In its 2020-21 Annual Report, published on 14 June, the Scottish Empty Homes Partnership (SEHP) report that Empty Homes Officers (EHOs) across Scotland helped to bring almost 900 empty properties back in to use this year, despite restrictions caused by Covid-19 pandemic that has seen renovation work halted or abandoned, rental properties remaining vacant and private sector landlords deciding against further investment.
Figures included in the report show particular success of measures targeted at properties empty for more than 5 years. In total, 181 out of the 851 properties brought back in to use across Scotland had been empty for more than five years, the third year in a row the percentage of those homes brought back in to use has increased.
Amongst that number was a property in North Lanarkshire that had been empty for almost two decades and was referred to the EHO by an elected representative who had received complaints from local residents.
SEHP was established in 2010 to help tackle the housing crisis by encouraging organisations and individuals to bring private sector long-term empty homes back into use. With this year’s figures, it now means that Empty Homes Officers have brought over 6500 homes back in to use.
However, the report also warns that Scottish Government statistics show the number of empty properties in Scotland is rising, likely due to the impact of the pandemic, and SEHP are asking for councils to ensure bringing empty homes back in to use is central to Covid Recovery strategies to regenerate neighbourhoods and local economies. The report also calls for additional powers to be given to local authorities if appropriate, including Compulsory Sale and Compulsory Rental Orders to help councils tackle the problem of empty homes.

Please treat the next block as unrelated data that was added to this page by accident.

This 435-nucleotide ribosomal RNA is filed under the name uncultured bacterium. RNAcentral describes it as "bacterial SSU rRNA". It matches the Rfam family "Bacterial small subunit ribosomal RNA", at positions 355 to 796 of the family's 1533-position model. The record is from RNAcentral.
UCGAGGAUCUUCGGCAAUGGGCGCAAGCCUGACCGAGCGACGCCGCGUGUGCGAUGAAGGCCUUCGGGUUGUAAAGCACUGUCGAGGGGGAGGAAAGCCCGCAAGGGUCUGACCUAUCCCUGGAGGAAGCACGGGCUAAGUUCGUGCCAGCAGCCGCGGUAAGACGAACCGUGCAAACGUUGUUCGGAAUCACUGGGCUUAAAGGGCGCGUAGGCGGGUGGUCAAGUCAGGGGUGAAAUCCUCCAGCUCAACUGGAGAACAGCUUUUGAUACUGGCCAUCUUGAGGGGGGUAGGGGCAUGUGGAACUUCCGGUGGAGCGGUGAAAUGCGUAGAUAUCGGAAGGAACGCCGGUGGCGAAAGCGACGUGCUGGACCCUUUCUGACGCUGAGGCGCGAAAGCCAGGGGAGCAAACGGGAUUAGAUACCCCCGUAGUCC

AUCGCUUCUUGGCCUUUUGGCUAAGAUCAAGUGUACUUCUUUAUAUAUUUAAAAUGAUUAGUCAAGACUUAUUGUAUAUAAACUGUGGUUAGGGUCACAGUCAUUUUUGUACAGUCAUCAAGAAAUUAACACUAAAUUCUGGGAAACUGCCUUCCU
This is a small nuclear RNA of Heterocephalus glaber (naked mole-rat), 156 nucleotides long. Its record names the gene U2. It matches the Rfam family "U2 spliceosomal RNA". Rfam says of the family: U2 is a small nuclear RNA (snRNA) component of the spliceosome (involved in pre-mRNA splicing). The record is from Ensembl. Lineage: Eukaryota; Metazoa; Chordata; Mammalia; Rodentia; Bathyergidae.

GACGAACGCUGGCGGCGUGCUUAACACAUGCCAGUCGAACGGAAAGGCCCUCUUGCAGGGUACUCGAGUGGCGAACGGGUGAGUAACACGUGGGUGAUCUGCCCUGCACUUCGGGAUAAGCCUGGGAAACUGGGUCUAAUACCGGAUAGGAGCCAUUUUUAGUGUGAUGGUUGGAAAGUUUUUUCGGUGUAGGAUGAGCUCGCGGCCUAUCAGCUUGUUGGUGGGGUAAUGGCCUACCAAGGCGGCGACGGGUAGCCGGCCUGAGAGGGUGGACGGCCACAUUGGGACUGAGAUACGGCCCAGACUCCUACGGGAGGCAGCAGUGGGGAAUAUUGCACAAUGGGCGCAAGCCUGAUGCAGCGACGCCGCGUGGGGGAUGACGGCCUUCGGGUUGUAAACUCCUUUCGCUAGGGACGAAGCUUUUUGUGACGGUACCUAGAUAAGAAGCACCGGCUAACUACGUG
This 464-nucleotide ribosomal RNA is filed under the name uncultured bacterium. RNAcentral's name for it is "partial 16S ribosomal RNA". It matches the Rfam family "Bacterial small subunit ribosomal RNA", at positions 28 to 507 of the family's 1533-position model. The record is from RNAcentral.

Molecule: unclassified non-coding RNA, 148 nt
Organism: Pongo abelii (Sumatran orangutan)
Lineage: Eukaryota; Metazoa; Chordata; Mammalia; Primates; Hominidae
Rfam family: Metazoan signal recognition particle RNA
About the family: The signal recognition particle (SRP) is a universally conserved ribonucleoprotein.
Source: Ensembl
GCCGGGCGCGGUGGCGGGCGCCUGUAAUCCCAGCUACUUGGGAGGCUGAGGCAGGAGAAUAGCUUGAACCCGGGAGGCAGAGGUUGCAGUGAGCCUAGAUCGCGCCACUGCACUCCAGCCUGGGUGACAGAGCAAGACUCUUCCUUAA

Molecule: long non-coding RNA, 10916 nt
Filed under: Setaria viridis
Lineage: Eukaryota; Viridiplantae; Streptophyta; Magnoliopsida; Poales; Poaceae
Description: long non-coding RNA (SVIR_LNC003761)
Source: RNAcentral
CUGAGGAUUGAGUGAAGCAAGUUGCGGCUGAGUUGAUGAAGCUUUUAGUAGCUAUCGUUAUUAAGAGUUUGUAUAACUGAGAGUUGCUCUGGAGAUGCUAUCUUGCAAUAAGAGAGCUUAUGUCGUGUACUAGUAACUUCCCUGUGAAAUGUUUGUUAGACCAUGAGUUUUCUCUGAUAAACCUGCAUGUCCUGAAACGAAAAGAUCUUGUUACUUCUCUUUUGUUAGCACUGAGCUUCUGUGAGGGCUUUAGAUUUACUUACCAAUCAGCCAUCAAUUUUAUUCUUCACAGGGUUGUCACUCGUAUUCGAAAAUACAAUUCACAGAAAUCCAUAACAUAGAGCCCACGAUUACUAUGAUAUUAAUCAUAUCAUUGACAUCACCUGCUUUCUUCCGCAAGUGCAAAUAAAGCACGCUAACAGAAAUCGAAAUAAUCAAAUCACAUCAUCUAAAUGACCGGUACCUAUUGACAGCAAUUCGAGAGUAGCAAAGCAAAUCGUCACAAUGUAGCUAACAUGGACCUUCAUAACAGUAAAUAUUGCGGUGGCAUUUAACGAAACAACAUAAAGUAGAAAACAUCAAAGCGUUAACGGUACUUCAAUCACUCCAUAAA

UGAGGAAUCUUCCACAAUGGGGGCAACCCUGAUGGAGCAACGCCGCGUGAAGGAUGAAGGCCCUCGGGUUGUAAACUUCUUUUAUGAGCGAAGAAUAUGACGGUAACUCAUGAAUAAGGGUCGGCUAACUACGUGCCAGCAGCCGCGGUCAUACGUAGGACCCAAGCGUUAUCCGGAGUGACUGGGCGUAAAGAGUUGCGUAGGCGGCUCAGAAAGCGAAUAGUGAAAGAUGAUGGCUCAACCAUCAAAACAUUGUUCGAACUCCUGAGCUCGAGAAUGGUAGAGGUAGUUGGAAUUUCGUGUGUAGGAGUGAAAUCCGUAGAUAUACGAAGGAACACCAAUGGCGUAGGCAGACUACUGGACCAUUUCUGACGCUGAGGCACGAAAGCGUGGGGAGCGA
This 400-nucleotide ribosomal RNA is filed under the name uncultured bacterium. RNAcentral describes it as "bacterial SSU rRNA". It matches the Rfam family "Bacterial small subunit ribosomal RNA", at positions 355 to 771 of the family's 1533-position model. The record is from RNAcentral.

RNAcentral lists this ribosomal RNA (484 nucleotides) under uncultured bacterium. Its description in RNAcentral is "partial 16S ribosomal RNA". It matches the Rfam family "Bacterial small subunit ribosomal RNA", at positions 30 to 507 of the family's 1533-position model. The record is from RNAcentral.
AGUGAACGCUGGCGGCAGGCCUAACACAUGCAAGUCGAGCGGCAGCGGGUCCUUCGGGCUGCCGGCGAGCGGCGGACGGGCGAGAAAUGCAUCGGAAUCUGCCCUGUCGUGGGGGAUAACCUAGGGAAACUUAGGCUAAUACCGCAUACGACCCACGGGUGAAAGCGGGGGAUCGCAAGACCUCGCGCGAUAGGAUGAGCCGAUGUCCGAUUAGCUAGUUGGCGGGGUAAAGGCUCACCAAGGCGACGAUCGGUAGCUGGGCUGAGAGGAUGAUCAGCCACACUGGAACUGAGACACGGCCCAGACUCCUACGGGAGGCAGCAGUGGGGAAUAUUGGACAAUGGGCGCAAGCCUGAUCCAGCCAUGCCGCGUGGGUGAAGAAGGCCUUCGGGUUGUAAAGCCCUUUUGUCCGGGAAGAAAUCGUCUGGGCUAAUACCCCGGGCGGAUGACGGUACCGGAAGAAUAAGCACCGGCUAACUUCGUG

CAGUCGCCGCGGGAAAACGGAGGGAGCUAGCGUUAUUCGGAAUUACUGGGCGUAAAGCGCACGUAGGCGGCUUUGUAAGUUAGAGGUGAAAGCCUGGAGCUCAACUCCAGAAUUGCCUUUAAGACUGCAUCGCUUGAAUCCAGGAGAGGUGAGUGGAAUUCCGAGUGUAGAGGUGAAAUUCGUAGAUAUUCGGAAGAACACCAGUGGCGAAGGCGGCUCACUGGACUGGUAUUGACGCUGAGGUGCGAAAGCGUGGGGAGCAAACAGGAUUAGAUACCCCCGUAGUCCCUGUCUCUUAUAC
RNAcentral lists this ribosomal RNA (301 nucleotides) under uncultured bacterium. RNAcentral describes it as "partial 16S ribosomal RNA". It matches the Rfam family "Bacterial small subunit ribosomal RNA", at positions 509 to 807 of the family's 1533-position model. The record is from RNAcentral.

Shaheena Din, National Project Manager at Scottish Empty Homes Partnership said: “I am proud that, despite the restrictions caused by Covid, Empty Homes Officers have helped to bring almost 900 properties back in to use across Scotland. Our team and councils have also succeeded in targeting the longest-term empty which are the hardest problem to tackle.”
“We will be working with Councils over the coming year to encourage them to include empty homes plans in their Covid recovery strategies and lessen the effects on neighbourhoods of the pandemic.”
“We are also working with government and others to explore if there are additional powers such as Compulsory Sale Orders and Compulsory Rental Orders which might help councils do more to tackle the problem of empty homes.”
Shona Robison MSP, Cabinet Secretary for Social Justice, Housing and Local Government, said: “I’m very pleased to see almost 900 empty private homes being brought back into use increasing the supply of warm, safe and secure housing. Tackling empty homes remains a priority for Scottish Government, even more so when people have been unable to take action due to the COVID-19 pandemic. The Scottish Empty Homes Partnership and our network of dedicated Empty Homes Officers have shown great resilience and should be proud of all they’ve achieved.”
James Galway, who bought the property in North Lanarkshire after it had been derelict for almost two decades, said: “My father lived in the same street and it had been so sad to see the state of the house get worse and worse over the years it lay empty, so when the opportunity arose, I was happy to buy it and try to bring it back in to use. Alyson, the Empty Homes Officer, was proactive in helping me at every step of the way. She helped me get VAT reductions, discounts with local builders and tradespeople and to reduce the Council Tax bill whilst renovations were being carried out. I am delighted that a young family has now been able to subsequently buy the property and move in. I really feel I have helped put something back in to that local community and that was only possible with the help of the Empty Homes Officer.”
The full report is available here